Our disabled access guide to live performances

If you would like to listen to the key points in this blog, and hear from Alice herself, watch the video below.

Introducing our guide

Live performance brings immense joy to lots of people. How accessible is attending live performances if you are disabled?

This blog aims to empower you with essential information and valuable tips, to make the magic of watching performing arts as accessible as possible.

We’ll guide you through everything we think you need to know, from booking tickets to enjoying the performance itself. Additionally, we’ll share some fantastic extras that can enrich your experience even further.

Do your research

First and foremost, we recommend that you do your research. Depending on the type of performance, first things first, check to see if an accessible performance of the show you want to see is available. This information should be listed on the show’s page on the venue’s website, and also some venues have comprehensive lists of accessible performances, and newsletters that you can subscribe to, so that you can receive updates about upcoming accessible performances.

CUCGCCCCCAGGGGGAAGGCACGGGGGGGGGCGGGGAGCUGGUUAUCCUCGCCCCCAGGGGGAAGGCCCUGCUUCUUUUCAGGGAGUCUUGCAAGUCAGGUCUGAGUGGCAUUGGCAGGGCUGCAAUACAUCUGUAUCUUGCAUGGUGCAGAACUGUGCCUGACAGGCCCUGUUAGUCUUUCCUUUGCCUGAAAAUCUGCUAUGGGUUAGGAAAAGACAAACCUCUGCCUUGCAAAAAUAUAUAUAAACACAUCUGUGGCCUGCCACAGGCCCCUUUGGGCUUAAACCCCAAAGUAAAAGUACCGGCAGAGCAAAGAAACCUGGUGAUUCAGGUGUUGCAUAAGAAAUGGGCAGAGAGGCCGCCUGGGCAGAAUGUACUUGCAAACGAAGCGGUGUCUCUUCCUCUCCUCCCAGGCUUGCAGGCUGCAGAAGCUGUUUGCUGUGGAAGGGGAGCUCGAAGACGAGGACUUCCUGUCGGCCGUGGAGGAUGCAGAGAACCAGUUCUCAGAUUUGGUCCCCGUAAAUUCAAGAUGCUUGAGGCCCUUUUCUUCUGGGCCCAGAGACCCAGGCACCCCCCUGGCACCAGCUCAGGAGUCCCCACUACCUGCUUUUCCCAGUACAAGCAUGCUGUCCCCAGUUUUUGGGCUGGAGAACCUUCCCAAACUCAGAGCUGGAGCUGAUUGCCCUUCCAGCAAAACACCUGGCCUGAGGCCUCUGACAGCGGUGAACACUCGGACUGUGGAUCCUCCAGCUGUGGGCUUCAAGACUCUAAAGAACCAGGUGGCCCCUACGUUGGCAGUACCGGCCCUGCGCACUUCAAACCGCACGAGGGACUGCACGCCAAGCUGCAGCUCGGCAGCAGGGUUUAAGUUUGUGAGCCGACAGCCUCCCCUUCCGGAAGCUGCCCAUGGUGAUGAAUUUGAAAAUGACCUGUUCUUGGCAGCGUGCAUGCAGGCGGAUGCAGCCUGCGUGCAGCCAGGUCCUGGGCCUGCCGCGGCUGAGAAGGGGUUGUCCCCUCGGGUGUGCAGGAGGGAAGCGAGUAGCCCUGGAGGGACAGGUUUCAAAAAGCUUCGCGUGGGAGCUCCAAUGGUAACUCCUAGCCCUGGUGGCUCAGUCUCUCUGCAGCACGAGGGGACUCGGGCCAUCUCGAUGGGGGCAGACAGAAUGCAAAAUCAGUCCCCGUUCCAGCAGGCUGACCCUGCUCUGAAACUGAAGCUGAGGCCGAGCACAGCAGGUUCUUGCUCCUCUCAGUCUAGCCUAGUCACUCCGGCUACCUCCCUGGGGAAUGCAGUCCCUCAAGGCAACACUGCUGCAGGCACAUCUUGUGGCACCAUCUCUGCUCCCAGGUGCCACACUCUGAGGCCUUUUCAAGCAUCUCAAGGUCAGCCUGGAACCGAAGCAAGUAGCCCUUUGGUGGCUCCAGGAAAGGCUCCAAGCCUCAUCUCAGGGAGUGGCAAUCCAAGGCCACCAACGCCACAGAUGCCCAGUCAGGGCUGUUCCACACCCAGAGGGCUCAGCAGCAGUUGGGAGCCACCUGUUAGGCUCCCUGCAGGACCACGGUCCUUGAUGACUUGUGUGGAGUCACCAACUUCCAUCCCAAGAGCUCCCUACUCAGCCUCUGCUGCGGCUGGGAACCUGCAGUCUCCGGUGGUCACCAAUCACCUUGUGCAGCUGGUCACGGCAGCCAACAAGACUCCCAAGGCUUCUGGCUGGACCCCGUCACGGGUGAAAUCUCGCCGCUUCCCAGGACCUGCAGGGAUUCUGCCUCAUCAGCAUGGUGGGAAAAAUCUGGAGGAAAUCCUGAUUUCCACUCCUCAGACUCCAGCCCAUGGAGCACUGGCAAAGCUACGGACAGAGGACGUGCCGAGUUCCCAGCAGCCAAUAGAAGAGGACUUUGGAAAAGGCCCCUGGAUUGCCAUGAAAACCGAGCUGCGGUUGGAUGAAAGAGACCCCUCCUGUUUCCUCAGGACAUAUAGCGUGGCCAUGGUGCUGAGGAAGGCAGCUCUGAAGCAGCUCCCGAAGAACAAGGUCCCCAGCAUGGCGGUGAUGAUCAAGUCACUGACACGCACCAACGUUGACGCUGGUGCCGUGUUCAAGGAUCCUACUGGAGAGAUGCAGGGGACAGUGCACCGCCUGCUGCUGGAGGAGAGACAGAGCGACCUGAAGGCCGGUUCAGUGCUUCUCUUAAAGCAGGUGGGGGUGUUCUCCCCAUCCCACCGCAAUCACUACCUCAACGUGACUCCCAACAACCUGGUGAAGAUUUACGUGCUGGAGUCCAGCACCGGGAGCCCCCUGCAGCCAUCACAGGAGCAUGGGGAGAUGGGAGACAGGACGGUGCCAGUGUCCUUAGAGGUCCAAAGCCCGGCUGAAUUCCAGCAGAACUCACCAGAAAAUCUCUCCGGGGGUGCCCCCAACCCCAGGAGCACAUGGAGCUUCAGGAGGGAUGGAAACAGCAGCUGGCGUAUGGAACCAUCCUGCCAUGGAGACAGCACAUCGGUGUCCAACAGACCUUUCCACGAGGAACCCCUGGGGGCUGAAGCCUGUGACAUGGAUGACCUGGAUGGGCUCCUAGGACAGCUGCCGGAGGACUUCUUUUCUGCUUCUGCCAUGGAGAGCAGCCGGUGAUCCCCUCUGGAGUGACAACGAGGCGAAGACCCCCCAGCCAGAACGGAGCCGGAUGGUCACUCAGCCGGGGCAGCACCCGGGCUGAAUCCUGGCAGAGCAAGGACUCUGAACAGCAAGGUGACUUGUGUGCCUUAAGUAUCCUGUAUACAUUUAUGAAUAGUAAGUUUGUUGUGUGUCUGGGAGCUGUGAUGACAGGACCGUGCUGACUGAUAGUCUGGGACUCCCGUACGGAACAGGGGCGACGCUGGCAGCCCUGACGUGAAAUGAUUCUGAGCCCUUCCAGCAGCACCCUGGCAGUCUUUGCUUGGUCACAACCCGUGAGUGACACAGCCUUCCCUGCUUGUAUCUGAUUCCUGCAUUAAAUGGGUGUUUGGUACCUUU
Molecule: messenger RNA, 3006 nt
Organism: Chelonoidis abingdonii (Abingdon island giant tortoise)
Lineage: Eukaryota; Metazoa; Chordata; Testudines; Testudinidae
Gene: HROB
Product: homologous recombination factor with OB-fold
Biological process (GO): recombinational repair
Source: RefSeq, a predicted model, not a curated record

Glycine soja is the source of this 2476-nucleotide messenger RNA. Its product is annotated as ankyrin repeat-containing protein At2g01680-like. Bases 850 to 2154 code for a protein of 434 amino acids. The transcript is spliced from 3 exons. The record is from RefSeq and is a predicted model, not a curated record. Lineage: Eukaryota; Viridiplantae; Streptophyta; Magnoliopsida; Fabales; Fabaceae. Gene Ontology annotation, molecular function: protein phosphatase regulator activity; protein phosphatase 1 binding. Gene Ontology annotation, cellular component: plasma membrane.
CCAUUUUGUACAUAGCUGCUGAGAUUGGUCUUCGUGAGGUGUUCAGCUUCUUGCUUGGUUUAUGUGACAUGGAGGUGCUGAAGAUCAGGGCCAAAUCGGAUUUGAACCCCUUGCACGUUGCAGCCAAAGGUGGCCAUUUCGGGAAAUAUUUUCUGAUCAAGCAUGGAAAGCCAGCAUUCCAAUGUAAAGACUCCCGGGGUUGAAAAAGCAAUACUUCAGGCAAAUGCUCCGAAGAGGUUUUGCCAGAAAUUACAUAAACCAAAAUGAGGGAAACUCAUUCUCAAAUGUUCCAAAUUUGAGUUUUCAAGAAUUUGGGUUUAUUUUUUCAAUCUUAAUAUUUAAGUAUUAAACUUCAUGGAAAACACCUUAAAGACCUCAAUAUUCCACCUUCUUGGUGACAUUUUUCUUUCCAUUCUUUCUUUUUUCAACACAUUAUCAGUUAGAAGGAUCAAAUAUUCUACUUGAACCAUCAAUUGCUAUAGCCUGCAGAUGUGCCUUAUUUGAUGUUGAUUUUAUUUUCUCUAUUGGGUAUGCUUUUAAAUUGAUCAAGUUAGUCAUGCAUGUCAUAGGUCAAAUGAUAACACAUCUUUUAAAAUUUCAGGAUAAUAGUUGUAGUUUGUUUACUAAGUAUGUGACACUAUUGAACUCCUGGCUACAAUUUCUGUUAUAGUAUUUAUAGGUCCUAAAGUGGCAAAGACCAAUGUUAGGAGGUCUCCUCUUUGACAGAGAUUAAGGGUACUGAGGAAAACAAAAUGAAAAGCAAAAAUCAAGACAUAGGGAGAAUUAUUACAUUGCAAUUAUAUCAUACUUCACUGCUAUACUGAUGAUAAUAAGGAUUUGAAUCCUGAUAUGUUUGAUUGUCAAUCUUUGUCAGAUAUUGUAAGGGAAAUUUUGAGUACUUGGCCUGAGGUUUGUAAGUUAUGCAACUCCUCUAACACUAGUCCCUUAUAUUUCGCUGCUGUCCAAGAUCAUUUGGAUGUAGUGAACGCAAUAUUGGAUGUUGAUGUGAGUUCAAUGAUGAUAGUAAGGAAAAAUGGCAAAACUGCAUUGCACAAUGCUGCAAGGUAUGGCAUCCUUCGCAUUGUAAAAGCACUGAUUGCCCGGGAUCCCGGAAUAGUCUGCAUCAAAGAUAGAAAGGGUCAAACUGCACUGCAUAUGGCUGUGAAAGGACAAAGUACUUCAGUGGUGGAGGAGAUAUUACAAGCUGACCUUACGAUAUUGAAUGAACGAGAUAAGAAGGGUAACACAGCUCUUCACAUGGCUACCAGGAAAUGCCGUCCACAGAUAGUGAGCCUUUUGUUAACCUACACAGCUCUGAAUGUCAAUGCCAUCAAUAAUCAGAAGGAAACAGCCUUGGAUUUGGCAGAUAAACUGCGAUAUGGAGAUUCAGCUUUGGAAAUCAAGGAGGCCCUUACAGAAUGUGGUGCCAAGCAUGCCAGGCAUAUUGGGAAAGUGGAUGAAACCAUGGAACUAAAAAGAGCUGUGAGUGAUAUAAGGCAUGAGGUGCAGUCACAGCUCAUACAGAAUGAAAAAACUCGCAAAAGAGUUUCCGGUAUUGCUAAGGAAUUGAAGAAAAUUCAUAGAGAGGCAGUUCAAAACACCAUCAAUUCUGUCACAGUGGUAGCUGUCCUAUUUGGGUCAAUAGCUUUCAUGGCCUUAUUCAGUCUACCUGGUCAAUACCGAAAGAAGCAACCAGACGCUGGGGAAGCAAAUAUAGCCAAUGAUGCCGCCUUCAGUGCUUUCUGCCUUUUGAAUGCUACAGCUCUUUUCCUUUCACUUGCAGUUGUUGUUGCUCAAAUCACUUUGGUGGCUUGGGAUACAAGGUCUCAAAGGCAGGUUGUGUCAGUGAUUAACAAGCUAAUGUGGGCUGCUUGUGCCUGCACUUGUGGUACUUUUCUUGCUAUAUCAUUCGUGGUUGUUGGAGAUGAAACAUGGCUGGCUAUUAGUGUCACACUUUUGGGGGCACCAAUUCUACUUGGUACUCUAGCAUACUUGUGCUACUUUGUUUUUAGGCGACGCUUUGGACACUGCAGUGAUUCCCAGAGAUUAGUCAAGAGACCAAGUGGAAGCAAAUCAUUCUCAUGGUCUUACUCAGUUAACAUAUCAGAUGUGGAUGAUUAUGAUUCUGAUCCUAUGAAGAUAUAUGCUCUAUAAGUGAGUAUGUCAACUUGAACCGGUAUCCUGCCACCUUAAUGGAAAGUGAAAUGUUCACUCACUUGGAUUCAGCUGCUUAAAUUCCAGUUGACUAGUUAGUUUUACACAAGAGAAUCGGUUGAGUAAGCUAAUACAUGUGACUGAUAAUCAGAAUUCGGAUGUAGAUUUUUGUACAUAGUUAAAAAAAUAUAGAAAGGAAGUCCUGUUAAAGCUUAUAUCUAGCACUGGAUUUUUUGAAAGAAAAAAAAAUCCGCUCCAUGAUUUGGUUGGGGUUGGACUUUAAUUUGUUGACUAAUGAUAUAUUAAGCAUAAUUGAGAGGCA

Accessible performances cater for a range of needs.

Types of accessible performance

The main types of accessible performance are audio described, BSL (British Sign Language interpreted), captioned, and relaxed.

When attending an accessible performance, it may be a good idea to plan ahead. Venues usually provide information about accessible performances on their websites, but it’s always worth contacting the venue if you have questions, for example to check exactly how you access audio description, as it differs from venue to venue.

Accessible performances are usually only on select dates the show is being performed, so check the dates as early as you can so you don’t miss out.

Investigate Accessible Tickets

Many venues offer free companion tickets for if you need assistance to attend events. This can be a lifeline for some people, however not all venues advertise or offer it, so it’s worth checking directly if you feel having a free companion ticket would benefit you.

Booking free companion tickets varies from venue to venue. A lot of venues will require you to join an access register, answering a few questions about your contact details and access needs. You may also need to provide proof of your disability, either through a benefit entitlement letter or medical confirmation such as a Certificate of Vision Impairment.

This may seem like a lot, but once you’re on a venue’s access register, booking companion tickets should be a smooth process going forward.

Venues should have information about access bookings on their website, usually on a dedicated accessibility page. It is worth checking this information because how you make an access booking can differ from how you make a standard booking.

Some venues will allow you to make access bookings online, however many venues only offer the option of booking accessible tickets by phone, and the number for accessible bookings isn’t always the same as the main box office number.